The Cecil Paradox: A Conversation With Hal Herzog

2015-08-10-1439240568-7058154-Cecil_300b.jpgWhy do millions of people rally to the cause of one dead lion, yet seem unconcerned about 10 billion live cows on their way to slaughter?

Hal Herzog is a psychologist and anthrozoologist who has studied the complex psychology of human interactions with other species for more than two decades. In his book, Some We Love, Some We Hate, Some We Eat: Why It's So Hard to Think Straight About Animals, he explains how people negotiate these kinds of real-world ethical dilemmas.

Like so many people, I was swept up in the killing of Cecil the lion. I was devastated when I heard the news. Then I began to be aware of the full parade of human irrationality on display in this situation - my own irrationality very much included. I'd like to start by asking if you have any general observations about this.

For me it was this perfect storm. The dentist managed to hit all the wrong buttons in terms of things that people find morally offensive. It just brings out these emotions and passions that people have associated with animals. And oftentimes they're paradoxical.

What's interesting to me is that the people that were least likely to feel that way about Cecil were the animal activists that I know.


Yes, and it made perfect sense when I started to think about it. One of my friends, Laura Wright writes a blog called The Vegan Body Project. When she first heard about Cecil, she said, "You know, I'm gonna go over to Whole Foods and I'm gonna give out fliers to everybody that's walking out with an animal carcass in their bag to point out the irony that we kill ten billion animals a year and they're part of that system. You have a right to get upset about this, but what about the much, much larger issue of the animals that we raise in horrible conditions for our dining pleasure. There's a certain level of hypocrisy here.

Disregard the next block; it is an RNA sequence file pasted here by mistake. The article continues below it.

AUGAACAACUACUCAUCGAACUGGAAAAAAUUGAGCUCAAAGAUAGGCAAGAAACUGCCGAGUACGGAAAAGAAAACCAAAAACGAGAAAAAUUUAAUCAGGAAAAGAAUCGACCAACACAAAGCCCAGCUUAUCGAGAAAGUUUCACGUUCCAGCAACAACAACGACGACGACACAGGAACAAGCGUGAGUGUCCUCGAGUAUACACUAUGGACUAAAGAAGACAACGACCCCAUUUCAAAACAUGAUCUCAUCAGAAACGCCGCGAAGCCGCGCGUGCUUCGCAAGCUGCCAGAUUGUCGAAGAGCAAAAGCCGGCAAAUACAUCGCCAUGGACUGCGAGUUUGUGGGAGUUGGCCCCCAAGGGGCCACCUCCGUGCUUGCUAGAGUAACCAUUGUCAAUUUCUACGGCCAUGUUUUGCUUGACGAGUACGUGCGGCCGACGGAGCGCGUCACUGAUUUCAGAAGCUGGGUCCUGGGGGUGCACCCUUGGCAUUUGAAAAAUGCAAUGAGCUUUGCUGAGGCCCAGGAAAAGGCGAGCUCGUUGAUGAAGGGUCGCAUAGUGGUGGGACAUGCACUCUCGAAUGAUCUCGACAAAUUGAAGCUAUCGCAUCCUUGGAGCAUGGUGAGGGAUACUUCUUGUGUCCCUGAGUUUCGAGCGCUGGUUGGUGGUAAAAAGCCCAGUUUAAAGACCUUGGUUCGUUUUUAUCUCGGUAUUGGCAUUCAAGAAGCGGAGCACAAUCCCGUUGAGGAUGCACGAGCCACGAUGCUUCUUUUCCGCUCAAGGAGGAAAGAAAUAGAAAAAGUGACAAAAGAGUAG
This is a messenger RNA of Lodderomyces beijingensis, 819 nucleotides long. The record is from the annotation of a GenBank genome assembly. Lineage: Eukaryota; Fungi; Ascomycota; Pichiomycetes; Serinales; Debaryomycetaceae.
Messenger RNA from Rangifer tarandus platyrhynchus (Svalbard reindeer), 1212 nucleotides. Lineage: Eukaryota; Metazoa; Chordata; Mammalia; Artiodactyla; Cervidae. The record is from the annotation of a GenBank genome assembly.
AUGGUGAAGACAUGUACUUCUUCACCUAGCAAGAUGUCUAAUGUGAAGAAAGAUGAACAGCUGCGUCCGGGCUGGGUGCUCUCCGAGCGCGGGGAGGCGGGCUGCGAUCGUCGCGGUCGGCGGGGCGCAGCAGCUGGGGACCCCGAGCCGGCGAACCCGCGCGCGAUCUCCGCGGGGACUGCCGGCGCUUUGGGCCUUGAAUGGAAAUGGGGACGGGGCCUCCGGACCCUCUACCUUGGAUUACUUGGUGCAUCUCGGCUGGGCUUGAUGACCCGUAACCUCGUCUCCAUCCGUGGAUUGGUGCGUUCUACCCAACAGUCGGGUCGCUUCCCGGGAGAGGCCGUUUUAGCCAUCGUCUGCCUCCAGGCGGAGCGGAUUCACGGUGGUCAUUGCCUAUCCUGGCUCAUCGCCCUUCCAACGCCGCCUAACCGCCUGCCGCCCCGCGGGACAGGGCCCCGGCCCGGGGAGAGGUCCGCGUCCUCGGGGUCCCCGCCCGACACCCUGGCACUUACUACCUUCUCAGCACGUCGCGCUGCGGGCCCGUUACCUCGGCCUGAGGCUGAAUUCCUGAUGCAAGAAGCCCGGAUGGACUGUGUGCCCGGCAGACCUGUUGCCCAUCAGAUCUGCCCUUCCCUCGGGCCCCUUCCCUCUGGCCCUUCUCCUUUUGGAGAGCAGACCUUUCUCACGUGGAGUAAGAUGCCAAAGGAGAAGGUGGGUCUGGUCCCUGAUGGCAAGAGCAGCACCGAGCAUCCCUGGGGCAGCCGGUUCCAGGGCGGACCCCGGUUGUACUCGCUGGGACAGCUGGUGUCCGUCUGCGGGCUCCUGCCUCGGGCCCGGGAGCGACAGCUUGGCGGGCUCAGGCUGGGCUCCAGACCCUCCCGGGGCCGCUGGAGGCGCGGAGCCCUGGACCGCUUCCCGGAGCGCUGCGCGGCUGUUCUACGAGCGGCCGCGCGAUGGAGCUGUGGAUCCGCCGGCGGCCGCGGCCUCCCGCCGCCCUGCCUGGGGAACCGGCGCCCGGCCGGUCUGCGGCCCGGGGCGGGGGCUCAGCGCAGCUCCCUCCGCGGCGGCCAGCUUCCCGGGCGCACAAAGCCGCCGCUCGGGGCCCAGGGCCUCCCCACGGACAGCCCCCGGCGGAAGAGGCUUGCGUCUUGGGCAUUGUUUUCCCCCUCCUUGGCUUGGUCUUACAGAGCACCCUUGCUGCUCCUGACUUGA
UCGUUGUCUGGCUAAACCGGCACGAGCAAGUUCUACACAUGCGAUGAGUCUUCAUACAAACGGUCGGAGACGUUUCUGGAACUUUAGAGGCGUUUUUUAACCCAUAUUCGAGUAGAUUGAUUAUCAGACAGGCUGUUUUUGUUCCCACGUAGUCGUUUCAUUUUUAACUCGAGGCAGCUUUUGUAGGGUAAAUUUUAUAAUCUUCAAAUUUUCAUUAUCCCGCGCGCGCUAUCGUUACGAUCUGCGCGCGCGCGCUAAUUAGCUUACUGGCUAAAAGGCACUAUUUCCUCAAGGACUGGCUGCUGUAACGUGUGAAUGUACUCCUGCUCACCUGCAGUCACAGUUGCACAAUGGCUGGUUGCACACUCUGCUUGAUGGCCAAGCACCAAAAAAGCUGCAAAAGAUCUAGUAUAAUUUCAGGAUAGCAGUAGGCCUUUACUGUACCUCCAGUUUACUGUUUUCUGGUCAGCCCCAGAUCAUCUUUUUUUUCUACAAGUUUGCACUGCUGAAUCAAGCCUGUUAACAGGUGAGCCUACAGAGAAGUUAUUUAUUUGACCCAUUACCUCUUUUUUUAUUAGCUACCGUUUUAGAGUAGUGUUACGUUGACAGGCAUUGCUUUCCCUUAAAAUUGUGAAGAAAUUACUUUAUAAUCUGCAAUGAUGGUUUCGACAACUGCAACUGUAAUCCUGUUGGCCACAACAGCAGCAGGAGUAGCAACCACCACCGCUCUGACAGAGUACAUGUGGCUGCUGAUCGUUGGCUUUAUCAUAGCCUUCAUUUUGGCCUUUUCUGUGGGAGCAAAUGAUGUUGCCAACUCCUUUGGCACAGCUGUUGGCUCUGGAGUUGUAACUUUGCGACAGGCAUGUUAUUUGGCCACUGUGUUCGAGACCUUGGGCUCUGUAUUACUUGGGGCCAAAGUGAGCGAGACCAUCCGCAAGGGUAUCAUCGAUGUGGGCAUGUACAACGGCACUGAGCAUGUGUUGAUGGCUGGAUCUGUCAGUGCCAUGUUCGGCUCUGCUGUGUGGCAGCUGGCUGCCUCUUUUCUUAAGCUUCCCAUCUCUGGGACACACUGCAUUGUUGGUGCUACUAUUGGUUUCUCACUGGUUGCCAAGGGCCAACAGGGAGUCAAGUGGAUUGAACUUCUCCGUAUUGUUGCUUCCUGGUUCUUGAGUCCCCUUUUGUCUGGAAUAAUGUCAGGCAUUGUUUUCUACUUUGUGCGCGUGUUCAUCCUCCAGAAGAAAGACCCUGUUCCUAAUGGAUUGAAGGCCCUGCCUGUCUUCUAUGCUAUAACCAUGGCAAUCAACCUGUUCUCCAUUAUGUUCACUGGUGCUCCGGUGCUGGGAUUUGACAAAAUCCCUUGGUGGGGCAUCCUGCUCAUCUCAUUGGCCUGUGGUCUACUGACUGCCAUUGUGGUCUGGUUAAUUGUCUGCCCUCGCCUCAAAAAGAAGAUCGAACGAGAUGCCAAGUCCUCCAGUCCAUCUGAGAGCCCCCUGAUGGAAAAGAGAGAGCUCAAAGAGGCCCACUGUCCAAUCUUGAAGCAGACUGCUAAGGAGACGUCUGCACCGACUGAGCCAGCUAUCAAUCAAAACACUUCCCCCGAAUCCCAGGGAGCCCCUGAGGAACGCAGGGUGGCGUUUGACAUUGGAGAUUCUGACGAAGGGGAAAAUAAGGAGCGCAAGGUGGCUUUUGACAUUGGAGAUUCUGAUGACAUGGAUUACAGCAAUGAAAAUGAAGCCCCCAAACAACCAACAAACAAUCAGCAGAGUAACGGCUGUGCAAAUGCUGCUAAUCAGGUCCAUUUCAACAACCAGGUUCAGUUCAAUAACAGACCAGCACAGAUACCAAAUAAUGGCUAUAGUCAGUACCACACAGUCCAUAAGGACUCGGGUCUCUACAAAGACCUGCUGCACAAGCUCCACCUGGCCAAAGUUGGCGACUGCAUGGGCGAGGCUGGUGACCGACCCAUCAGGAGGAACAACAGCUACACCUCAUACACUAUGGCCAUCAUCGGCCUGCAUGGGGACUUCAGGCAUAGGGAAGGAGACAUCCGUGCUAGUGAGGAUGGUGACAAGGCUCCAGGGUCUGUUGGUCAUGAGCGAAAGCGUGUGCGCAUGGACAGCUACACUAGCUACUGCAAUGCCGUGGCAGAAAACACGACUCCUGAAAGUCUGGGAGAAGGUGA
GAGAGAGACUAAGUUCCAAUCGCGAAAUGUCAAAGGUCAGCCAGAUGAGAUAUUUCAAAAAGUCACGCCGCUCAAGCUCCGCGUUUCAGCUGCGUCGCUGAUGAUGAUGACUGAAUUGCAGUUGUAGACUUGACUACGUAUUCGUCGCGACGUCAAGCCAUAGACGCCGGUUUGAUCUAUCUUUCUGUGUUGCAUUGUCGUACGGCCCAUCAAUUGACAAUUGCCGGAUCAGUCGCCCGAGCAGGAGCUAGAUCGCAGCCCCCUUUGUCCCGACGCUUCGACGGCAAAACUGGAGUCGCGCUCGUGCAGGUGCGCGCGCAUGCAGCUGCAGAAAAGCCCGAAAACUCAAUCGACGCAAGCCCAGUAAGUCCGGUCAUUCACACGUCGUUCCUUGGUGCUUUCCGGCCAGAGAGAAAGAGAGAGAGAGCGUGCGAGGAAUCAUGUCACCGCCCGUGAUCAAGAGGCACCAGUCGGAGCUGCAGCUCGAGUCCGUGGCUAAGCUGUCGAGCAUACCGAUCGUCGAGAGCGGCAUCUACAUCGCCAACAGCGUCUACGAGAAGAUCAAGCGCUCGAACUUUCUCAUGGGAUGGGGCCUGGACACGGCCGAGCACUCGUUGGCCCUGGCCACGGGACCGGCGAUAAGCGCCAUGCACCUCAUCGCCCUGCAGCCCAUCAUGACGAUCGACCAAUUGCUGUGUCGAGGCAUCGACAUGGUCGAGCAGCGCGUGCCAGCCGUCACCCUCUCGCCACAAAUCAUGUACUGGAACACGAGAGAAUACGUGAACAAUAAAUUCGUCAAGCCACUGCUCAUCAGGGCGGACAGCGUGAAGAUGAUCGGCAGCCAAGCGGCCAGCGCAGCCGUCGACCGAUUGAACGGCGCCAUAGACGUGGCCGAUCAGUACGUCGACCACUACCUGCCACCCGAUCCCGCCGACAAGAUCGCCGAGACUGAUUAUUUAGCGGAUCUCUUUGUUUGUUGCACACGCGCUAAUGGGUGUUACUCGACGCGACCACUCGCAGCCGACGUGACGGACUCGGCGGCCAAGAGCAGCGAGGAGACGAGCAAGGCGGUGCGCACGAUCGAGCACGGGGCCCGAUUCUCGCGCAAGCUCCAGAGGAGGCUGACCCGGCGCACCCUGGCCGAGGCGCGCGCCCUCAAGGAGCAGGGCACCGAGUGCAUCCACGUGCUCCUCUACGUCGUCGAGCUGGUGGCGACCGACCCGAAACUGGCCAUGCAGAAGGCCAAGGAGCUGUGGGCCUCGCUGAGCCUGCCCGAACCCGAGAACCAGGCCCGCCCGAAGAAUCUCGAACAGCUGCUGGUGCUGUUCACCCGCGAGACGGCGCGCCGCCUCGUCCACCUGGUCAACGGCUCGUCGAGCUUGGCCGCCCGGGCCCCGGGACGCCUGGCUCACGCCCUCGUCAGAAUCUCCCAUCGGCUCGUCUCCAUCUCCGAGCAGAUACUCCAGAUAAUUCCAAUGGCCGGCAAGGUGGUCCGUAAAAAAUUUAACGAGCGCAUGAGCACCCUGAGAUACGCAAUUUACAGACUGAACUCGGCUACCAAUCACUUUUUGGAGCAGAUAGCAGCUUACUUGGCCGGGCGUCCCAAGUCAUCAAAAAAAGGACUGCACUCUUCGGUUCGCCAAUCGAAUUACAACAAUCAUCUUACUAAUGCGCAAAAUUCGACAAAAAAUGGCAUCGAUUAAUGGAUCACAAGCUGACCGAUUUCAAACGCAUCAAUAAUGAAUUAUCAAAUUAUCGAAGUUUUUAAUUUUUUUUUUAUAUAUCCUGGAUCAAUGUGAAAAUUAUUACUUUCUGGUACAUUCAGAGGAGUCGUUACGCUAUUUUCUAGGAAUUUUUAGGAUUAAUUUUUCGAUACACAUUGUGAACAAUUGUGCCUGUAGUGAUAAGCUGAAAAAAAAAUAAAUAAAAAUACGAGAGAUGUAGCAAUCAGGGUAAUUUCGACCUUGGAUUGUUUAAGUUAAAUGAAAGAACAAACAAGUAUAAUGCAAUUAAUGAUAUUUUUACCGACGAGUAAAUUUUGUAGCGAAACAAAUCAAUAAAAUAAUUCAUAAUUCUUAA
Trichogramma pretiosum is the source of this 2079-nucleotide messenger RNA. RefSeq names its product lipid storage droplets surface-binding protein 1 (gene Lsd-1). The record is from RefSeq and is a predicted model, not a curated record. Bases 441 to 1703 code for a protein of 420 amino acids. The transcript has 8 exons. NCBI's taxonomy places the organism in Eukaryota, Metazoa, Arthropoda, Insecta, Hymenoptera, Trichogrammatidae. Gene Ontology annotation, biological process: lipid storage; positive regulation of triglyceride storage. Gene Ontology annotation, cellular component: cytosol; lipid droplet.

I am very much in the "troubled middle" that you discuss in your book. I eat meat, but then I went off the charts for Cecil the lion. Can you talk about how we humans compartmentalize and rationalize our feelings for Cecil but then we go right on eating meat?

Well I think that this is the human condition. Roughly 97 percent of Americans do eat animals, and we have the ability to eat animals at the same time we consider them our companions.

Psychologists have this idea of cognitive dissonance - if you discover your ideas are in conflict, that your attitudes are inconsistent with your behavior or that you're holding two attitudes that are inconsistent, this creates a feeling of angst. However, the thing that amazes me is our ability to completely compartmentalize.

In some cases we have some methods that help us to do this, but in other cases we are simply are oblivious to these inconsistencies, When you point them out to people, a few make fundamental changes but most people don't. So it shows that we are, in fact, able to live the life in which we think of ourselves as moral people, yet we do things or hold attitudes, which other people would say, "No, you're involved in a system which inflicts great suffering on other species."

One of the concepts you talk about in your book is the notion of "psychic numbing" and the "collapse of compassion." We can deal with the suffering of one lion, though the plight of billions of slaughterhouse animals is overwhelming - we shut it out. Is that part of what's in play here?